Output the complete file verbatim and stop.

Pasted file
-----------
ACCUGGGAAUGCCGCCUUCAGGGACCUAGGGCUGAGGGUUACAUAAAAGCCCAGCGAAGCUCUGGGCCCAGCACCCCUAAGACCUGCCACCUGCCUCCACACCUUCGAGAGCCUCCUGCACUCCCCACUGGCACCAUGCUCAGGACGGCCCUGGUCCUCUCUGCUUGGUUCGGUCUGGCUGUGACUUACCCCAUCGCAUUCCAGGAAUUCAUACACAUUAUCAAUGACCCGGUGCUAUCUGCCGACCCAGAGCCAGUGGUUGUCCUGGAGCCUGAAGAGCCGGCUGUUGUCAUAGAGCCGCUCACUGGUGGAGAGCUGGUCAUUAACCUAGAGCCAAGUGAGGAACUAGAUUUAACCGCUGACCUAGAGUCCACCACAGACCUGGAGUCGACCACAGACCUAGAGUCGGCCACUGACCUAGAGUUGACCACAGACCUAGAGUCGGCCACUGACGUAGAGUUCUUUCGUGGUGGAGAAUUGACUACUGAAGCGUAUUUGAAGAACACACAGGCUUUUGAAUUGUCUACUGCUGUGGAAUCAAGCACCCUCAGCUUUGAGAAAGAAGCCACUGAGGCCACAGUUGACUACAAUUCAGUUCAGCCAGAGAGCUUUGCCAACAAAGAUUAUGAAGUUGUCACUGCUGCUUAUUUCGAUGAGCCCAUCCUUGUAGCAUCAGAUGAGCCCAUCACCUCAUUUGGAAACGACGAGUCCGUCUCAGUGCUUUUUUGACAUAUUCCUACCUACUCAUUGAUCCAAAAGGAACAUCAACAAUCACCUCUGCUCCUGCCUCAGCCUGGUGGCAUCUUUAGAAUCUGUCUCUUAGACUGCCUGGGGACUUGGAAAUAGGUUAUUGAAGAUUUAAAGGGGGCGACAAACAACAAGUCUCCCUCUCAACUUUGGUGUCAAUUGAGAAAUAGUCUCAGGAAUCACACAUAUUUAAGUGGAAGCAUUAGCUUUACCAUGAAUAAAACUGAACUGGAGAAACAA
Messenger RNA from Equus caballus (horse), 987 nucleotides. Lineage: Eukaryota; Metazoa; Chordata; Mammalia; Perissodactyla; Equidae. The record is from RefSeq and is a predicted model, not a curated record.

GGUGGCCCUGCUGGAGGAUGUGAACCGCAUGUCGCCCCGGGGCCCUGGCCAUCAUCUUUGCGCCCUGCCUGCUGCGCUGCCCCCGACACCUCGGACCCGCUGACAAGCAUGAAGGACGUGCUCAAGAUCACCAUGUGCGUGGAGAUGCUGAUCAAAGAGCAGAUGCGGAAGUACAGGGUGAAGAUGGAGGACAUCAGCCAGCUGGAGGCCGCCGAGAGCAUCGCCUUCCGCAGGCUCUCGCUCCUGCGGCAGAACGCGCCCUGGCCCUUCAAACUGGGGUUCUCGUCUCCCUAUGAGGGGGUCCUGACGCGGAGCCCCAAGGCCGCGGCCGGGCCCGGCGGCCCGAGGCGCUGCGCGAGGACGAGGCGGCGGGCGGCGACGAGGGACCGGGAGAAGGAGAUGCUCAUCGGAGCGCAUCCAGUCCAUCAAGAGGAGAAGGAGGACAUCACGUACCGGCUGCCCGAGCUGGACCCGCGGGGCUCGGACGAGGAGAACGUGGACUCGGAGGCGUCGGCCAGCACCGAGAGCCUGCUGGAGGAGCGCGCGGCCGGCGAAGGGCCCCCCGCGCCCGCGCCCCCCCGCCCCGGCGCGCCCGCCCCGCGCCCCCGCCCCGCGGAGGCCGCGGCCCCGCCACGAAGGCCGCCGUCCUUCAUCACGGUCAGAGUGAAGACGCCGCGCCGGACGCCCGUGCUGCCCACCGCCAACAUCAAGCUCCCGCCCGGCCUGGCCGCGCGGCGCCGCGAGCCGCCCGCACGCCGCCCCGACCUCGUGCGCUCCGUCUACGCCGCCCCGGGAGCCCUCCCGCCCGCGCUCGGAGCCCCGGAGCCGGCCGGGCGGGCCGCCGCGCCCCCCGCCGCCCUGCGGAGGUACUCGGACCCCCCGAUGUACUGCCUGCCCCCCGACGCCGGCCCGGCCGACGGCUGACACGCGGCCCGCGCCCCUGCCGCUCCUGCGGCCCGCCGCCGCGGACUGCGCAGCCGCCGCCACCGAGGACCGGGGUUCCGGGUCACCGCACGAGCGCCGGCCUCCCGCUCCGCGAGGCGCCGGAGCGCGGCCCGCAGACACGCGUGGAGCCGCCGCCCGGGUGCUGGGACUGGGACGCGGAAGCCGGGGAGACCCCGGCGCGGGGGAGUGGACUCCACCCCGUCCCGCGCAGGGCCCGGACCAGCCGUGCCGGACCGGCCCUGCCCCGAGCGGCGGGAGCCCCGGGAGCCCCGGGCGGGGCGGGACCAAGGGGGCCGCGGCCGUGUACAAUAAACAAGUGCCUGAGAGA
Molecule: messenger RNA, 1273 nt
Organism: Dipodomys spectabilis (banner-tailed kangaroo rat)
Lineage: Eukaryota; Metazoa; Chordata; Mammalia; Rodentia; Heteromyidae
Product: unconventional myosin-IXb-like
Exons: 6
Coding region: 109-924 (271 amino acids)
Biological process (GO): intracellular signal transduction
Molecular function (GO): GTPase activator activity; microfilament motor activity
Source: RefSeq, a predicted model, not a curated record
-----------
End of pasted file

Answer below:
ACCUGGGAAUGCCGCCUUCAGGGACCUAGGGCUGAGGGUUACAUAAAAGCCCAGCGAAGCUCUGGGCCCAGCACCCCUAAGACCUGCCACCUGCCUCCACACCUUCGAGAGCCUCCUGCACUCCCCACUGGCACCAUGCUCAGGACGGCCCUGGUCCUCUCUGCUUGGUUCGGUCUGGCUGUGACUUACCCCAUCGCAUUCCAGGAAUUCAUACACAUUAUCAAUGACCCGGUGCUAUCUGCCGACCCAGAGCCAGUGGUUGUCCUGGAGCCUGAAGAGCCGGCUGUUGUCAUAGAGCCGCUCACUGGUGGAGAGCUGGUCAUUAACCUAGAGCCAAGUGAGGAACUAGAUUUAACCGCUGACCUAGAGUCCACCACAGACCUGGAGUCGACCACAGACCUAGAGUCGGCCACUGACCUAGAGUUGACCACAGACCUAGAGUCGGCCACUGACGUAGAGUUCUUUCGUGGUGGAGAAUUGACUACUGAAGCGUAUUUGAAGAACACACAGGCUUUUGAAUUGUCUACUGCUGUGGAAUCAAGCACCCUCAGCUUUGAGAAAGAAGCCACUGAGGCCACAGUUGACUACAAUUCAGUUCAGCCAGAGAGCUUUGCCAACAAAGAUUAUGAAGUUGUCACUGCUGCUUAUUUCGAUGAGCCCAUCCUUGUAGCAUCAGAUGAGCCCAUCACCUCAUUUGGAAACGACGAGUCCGUCUCAGUGCUUUUUUGACAUAUUCCUACCUACUCAUUGAUCCAAAAGGAACAUCAACAAUCACCUCUGCUCCUGCCUCAGCCUGGUGGCAUCUUUAGAAUCUGUCUCUUAGACUGCCUGGGGACUUGGAAAUAGGUUAUUGAAGAUUUAAAGGGGGCGACAAACAACAAGUCUCCCUCUCAACUUUGGUGUCAAUUGAGAAAUAGUCUCAGGAAUCACACAUAUUUAAGUGGAAGCAUUAGCUUUACCAUGAAUAAAACUGAACUGGAGAAACAA
Messenger RNA from Equus caballus (horse), 987 nucleotides. Lineage: Eukaryota; Metazoa; Chordata; Mammalia; Perissodactyla; Equidae. The record is from RefSeq and is a predicted model, not a curated record.

GGUGGCCCUGCUGGAGGAUGUGAACCGCAUGUCGCCCCGGGGCCCUGGCCAUCAUCUUUGCGCCCUGCCUGCUGCGCUGCCCCCGACACCUCGGACCCGCUGACAAGCAUGAAGGACGUGCUCAAGAUCACCAUGUGCGUGGAGAUGCUGAUCAAAGAGCAGAUGCGGAAGUACAGGGUGAAGAUGGAGGACAUCAGCCAGCUGGAGGCCGCCGAGAGCAUCGCCUUCCGCAGGCUCUCGCUCCUGCGGCAGAACGCGCCCUGGCCCUUCAAACUGGGGUUCUCGUCUCCCUAUGAGGGGGUCCUGACGCGGAGCCCCAAGGCCGCGGCCGGGCCCGGCGGCCCGAGGCGCUGCGCGAGGACGAGGCGGCGGGCGGCGACGAGGGACCGGGAGAAGGAGAUGCUCAUCGGAGCGCAUCCAGUCCAUCAAGAGGAGAAGGAGGACAUCACGUACCGGCUGCCCGAGCUGGACCCGCGGGGCUCGGACGAGGAGAACGUGGACUCGGAGGCGUCGGCCAGCACCGAGAGCCUGCUGGAGGAGCGCGCGGCCGGCGAAGGGCCCCCCGCGCCCGCGCCCCCCCGCCCCGGCGCGCCCGCCCCGCGCCCCCGCCCCGCGGAGGCCGCGGCCCCGCCACGAAGGCCGCCGUCCUUCAUCACGGUCAGAGUGAAGACGCCGCGCCGGACGCCCGUGCUGCCCACCGCCAACAUCAAGCUCCCGCCCGGCCUGGCCGCGCGGCGCCGCGAGCCGCCCGCACGCCGCCCCGACCUCGUGCGCUCCGUCUACGCCGCCCCGGGAGCCCUCCCGCCCGCGCUCGGAGCCCCGGAGCCGGCCGGGCGGGCCGCCGCGCCCCCCGCCGCCCUGCGGAGGUACUCGGACCCCCCGAUGUACUGCCUGCCCCCCGACGCCGGCCCGGCCGACGGCUGACACGCGGCCCGCGCCCCUGCCGCUCCUGCGGCCCGCCGCCGCGGACUGCGCAGCCGCCGCCACCGAGGACCGGGGUUCCGGGUCACCGCACGAGCGCCGGCCUCCCGCUCCGCGAGGCGCCGGAGCGCGGCCCGCAGACACGCGUGGAGCCGCCGCCCGGGUGCUGGGACUGGGACGCGGAAGCCGGGGAGACCCCGGCGCGGGGGAGUGGACUCCACCCCGUCCCGCGCAGGGCCCGGACCAGCCGUGCCGGACCGGCCCUGCCCCGAGCGGCGGGAGCCCCGGGAGCCCCGGGCGGGGCGGGACCAAGGGGGCCGCGGCCGUGUACAAUAAACAAGUGCCUGAGAGA
Molecule: messenger RNA, 1273 nt
Organism: Dipodomys spectabilis (banner-tailed kangaroo rat)
Lineage: Eukaryota; Metazoa; Chordata; Mammalia; Rodentia; Heteromyidae
Product: unconventional myosin-IXb-like
Exons: 6
Coding region: 109-924 (271 amino acids)
Biological process (GO): intracellular signal transduction
Molecular function (GO): GTPase activator activity; microfilament motor activity
Source: RefSeq, a predicted model, not a curated record